The Michigan Irish American Hall of Fame recognizes Irish Americans who have made important contributions in various fields in Michigan life.
Public Service: Timothy Francis Hughes
A Detroit native, Timothy Hughes traces his roots to County Cork, Ireland. He spent more than 40 years in various roles in Michigan's legislative process, including Senate Democratic Communications Director 1973-1983; Legislative Director, Michigan State AFL-CIO 1983-2003; Legislative Director for Governor Jennifer Granholm 2003-2010; Legislative Coordinator, UAW International Union 2011-2015; Legislative Consultant, Michigan State AFL-CIO 2015-2016. He was highly respected by legislators and government officials on both sides of the aisle during his long career of public service.
Business and Industry: Charles J. Rogers
Born 1890 in County Cavan, Ireland, Charles Rogers immigrated to Detroit at age 16, and became a U.S. citizen at age 18. After fighting in the U.S. Army during WWI and returning to Detroit, he founded the CJ Rogers Construction Co., which grew into one of Michigan's largest excavation and road construction contractors. The CJ Rogers Construction Co. built many of the highways and freeways in southeast Michigan. Charles Rogers died in 1971, and he is being honored posthumously. The State of Michigan has named an interchange on I-75 in his honor. He was a prominent member of the Detroit business community and Irish community.
Arts and Entertainment: Erin Shannon Quinn
A native of Marshal, Michigan, Erin Quinn’s Irish immigrant father introduced her to Irish dancing at age 5. During her dance career she won dance championships in Ireland, the U.S. and Canada, was a member of the original Riverdance tour, and danced at the White House. In 2001 she founded the Quinn School of Irish Dance, which has locations in Kalamazoo, Marshall and Lansing. Many of her students have earned high rankings as Irish dancers, and she brings her students to many festivals and dance competitions. For several years she was a co-leader of Western Michigan University’s study abroad program in Ireland and Northern Ireland. She is a Registered Nurse and is also pursuing a veterinary medicine degree.
Education: John H. McGarry
A native of West Virginia, John McGarry came to Muskegon in 1990 as Director of the Lakeshore Museum. Over the next 25 years he grew the Lakeshore Museum and its exhibits and educational programs into one of the most respected community museums in the U.S. He was a founder of the Michigan Irish Music Festival, and a well-known historian of both Irish and American history. He was a popular folksinger and story-teller of Irish and Civil War tales. He was an influential community leader for Muskegon in many areas. John McGarry died in 2016, and he is being honored posthumously.
Sports: Elaine Crosby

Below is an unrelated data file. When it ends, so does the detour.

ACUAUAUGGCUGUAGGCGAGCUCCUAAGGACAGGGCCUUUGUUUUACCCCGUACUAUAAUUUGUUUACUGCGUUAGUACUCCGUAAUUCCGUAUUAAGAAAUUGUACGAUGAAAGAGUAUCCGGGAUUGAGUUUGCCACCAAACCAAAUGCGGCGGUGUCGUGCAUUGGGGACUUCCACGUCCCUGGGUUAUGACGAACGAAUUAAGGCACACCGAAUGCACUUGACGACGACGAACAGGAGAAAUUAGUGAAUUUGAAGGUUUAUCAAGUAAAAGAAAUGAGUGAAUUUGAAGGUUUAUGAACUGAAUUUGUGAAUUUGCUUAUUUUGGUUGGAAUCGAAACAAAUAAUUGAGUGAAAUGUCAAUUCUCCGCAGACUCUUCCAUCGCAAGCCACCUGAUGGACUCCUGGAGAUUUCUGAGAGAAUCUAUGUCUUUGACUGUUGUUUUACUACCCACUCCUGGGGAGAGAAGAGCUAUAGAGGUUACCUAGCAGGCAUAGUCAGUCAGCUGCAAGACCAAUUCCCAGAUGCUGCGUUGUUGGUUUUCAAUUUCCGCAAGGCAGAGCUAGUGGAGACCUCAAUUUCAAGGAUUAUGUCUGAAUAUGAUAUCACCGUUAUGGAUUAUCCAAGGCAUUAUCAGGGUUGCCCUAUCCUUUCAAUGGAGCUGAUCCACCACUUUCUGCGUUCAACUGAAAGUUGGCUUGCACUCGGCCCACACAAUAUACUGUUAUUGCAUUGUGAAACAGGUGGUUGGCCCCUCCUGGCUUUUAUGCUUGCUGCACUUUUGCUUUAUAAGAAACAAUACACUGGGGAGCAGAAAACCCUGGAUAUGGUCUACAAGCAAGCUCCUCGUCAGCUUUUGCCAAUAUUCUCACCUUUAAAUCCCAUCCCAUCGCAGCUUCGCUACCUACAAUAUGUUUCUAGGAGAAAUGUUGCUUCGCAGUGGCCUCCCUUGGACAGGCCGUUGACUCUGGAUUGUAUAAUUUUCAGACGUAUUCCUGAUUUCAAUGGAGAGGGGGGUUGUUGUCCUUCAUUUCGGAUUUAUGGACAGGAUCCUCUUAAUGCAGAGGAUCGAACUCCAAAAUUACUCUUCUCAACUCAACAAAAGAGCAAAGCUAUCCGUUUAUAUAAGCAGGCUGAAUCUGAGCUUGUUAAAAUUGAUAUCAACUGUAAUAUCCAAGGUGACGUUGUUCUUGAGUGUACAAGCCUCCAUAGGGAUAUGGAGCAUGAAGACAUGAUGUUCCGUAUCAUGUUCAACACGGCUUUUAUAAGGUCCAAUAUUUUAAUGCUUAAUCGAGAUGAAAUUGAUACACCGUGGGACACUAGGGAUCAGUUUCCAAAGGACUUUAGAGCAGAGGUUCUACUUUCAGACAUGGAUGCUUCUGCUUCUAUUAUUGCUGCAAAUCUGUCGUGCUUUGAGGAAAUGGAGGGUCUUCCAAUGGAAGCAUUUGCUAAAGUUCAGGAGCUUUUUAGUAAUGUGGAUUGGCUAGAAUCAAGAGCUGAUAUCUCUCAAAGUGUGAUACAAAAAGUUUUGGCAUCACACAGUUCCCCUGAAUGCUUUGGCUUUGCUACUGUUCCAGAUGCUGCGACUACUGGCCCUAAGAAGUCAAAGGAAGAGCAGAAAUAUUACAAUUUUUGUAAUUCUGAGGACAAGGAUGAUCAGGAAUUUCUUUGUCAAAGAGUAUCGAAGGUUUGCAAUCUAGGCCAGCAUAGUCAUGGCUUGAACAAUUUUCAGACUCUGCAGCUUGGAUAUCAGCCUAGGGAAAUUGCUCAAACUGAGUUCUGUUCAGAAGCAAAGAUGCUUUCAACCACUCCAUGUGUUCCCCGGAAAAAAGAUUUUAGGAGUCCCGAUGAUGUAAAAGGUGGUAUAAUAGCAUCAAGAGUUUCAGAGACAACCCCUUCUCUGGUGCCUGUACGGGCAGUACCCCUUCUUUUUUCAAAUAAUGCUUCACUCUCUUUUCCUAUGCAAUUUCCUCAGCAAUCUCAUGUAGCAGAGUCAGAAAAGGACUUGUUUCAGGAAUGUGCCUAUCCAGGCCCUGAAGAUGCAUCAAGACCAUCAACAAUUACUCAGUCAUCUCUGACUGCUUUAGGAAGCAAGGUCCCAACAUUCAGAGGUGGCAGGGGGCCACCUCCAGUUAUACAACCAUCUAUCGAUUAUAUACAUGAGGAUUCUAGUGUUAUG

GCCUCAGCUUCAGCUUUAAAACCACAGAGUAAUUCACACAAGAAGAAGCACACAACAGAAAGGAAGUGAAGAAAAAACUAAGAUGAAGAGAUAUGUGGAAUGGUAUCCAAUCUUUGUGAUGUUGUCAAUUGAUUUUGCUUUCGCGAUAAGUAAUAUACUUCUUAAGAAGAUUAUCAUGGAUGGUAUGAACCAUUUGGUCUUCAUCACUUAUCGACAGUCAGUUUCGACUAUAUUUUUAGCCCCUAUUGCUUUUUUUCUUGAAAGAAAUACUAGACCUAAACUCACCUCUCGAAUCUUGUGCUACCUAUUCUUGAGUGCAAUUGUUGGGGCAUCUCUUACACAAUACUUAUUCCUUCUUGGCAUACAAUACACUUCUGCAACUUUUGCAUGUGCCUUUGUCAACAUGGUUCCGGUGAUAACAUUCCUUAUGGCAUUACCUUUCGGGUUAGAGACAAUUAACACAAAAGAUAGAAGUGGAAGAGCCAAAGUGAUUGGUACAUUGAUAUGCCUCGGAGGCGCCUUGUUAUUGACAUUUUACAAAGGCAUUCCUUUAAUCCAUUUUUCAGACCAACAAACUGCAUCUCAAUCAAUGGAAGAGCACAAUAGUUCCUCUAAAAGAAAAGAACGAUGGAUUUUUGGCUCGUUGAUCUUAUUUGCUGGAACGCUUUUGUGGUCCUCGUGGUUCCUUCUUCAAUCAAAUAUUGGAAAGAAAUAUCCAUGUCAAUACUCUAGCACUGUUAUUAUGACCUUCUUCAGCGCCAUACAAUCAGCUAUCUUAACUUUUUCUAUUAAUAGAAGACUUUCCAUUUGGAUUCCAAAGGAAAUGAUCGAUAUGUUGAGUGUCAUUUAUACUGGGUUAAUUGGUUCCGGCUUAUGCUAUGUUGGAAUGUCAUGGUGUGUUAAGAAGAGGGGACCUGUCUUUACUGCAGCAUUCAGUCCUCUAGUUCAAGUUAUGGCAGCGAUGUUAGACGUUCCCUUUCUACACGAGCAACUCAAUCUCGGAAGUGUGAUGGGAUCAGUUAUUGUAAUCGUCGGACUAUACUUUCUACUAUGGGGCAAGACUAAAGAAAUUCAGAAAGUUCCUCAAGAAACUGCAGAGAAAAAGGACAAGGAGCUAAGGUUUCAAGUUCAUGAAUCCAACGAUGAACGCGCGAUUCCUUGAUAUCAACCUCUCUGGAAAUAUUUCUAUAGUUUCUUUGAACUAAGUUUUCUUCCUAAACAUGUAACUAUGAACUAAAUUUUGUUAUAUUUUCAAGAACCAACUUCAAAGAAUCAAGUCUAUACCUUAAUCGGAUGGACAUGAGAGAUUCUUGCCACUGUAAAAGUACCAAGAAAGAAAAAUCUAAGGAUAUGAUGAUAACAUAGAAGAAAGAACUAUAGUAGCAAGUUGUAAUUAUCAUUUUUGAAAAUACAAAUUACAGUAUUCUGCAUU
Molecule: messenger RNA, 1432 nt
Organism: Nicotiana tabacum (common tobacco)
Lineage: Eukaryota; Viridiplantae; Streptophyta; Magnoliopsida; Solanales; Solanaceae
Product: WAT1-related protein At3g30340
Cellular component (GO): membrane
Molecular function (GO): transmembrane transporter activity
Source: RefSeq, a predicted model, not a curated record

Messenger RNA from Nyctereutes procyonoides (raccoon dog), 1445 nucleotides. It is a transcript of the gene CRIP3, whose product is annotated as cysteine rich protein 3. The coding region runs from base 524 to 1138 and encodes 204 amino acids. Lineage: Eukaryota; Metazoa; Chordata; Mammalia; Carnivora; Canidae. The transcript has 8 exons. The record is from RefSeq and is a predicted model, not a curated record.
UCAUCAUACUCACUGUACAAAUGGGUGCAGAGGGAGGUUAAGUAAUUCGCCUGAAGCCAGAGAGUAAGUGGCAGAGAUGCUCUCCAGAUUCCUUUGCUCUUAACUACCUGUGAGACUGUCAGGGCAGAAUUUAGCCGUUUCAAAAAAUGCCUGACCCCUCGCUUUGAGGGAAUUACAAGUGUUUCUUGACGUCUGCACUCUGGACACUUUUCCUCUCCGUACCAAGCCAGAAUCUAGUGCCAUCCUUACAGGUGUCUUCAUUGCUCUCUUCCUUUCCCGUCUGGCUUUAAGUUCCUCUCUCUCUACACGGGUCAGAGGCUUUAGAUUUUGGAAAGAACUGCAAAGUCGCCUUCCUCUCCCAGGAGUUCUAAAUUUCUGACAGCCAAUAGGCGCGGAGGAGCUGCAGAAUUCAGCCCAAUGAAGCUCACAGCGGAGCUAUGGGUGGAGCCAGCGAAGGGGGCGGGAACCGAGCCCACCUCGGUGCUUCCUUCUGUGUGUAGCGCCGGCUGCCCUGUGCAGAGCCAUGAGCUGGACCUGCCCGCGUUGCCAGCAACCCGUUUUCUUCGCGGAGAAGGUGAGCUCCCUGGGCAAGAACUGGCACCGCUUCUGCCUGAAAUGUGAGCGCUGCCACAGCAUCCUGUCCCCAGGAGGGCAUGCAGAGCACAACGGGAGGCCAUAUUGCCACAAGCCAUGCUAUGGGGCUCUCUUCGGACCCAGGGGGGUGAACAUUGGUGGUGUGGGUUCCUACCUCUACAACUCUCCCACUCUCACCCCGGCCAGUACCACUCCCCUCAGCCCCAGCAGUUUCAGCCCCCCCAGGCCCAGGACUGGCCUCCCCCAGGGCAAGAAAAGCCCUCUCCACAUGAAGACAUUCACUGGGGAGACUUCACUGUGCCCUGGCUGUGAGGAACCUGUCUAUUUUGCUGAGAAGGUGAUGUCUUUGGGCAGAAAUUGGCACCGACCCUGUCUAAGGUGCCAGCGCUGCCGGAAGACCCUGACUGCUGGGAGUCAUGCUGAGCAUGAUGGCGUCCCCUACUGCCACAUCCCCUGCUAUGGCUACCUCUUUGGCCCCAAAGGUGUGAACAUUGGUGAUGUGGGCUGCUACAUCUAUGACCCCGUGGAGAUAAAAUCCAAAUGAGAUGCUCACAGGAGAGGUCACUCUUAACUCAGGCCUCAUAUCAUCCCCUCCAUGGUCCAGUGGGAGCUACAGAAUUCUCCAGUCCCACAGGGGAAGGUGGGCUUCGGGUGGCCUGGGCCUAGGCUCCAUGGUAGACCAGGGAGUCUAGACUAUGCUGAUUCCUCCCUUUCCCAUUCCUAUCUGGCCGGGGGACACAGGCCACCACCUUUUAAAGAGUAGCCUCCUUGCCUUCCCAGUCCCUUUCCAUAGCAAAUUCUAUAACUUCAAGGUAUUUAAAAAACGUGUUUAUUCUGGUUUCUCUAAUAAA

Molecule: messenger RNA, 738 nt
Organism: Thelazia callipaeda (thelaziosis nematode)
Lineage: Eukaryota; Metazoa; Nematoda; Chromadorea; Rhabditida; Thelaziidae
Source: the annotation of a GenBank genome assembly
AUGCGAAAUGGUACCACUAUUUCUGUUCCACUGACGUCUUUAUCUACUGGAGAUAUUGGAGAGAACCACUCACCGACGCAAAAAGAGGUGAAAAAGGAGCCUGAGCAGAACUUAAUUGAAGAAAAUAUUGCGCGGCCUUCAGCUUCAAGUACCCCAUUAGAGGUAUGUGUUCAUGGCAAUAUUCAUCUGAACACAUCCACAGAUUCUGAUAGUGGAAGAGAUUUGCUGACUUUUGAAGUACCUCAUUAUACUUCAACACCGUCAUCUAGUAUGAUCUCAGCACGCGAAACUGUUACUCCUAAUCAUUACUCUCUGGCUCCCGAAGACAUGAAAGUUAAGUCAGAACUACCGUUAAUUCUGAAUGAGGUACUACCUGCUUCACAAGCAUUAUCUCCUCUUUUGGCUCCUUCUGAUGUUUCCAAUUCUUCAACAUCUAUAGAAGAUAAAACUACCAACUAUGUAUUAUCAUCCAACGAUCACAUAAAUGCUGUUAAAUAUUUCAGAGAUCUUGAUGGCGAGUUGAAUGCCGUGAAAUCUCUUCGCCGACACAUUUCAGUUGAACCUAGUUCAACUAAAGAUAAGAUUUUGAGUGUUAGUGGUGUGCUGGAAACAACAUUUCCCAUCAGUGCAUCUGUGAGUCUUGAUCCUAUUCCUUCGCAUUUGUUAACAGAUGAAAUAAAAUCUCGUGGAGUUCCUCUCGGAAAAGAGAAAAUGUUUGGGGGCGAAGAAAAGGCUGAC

Elaine Crosby, whose maternal grandparents were from Ireland, is a Jackson native and attended the University of Michigan, where she was member of the women's varsity golf team. In 1980 she won the Bowling Green Invitational Championship, and in 1981 she won the Michigan Women's Amateur Championship. She qualified for the LPGA Tour in 1985, and for the next 15 years she was a top level player, winning two tournaments, and in many others finishing 2nd, 3rd, or in the top ten. Her accumulated winnings exceeded more than 1.5 million dollars. After retiring from the LPGA Tour in 2000, Crosby won back-to-back Michigan Women's Opens in 2001 and 2002. In 2004 she won a tournament on the LPGA Legends Tour. In 2018 she competed in the inaugural U.S. Women's Senior Open. For 18 years starting in 1999, Crosby hosted the Wendy's Charity Classic at the Jackson Country Club, which raised over $3,000,000 for children's charities. During her long career, her fellow LPGA members elected her to leadership positions within the LPGA. She is a member of the U of M Athletic Hall of Honor, the Michigan Golf Hall of Fame, and the LPGA Legends Hall of Fame.
Sports: Phil Regan
A native of Wayland, Michigan, Phil Regan graduated from Wayland High School with varsity letters in baseball, football, and basketball. Soon after he was a pitcher for the Detroit Tigers (1960-65), for the Los Angeles Dodgers (1966-68), for the Chicago Cubs (1968-72), and the Chicago White Sox (1972). He was named Come Back Player of the year in 1966, and was also named Reliever of the Year in 1966 and 1968. He pitched in the 1966 World Series, and was named to the All Star Team of 1966. After retirement in 1972, he was the Head Baseball Coach at Grand Valley State University until 1982. He also played for the championship amateur team, the Grand Rapids Sullivans. He next was a pitching coach for several major league teams and the U.S. Olympic baseball team of 2000. He was the manager of the Baltimore Orioles in 1995 and the West Michigan Whitecaps in 2002-2003. Presently at 84 years of age, in the winter he is the pitching coach of the championship team of the Dominican Republic Winter League, and during the regular season he is the Minor League Pitching Coach Supervisor of the New York Mets.
At a later date an event will be announced for the induction of the new members into the Michigan Irish American Hall of Fame.
The Michigan Irish American Hall of Fame was founded in 2012 by the Muskegon Irish American Society. The Hall of Fame currently has 49 members, and is permanently displayed at Hennessy’s Irish Pub in Muskegon and on the Hall of Fame website. A digital exhibit of the Hall of Fame is being planned to be available in locations across Michigan. To see the members of the Hall of Fame, please visit the Hall of Fame website at HYPERLINK "http://www.michiganirishamericanhalloffame.org/
Nomination forms for membership in the Hall of Fame are available at the website.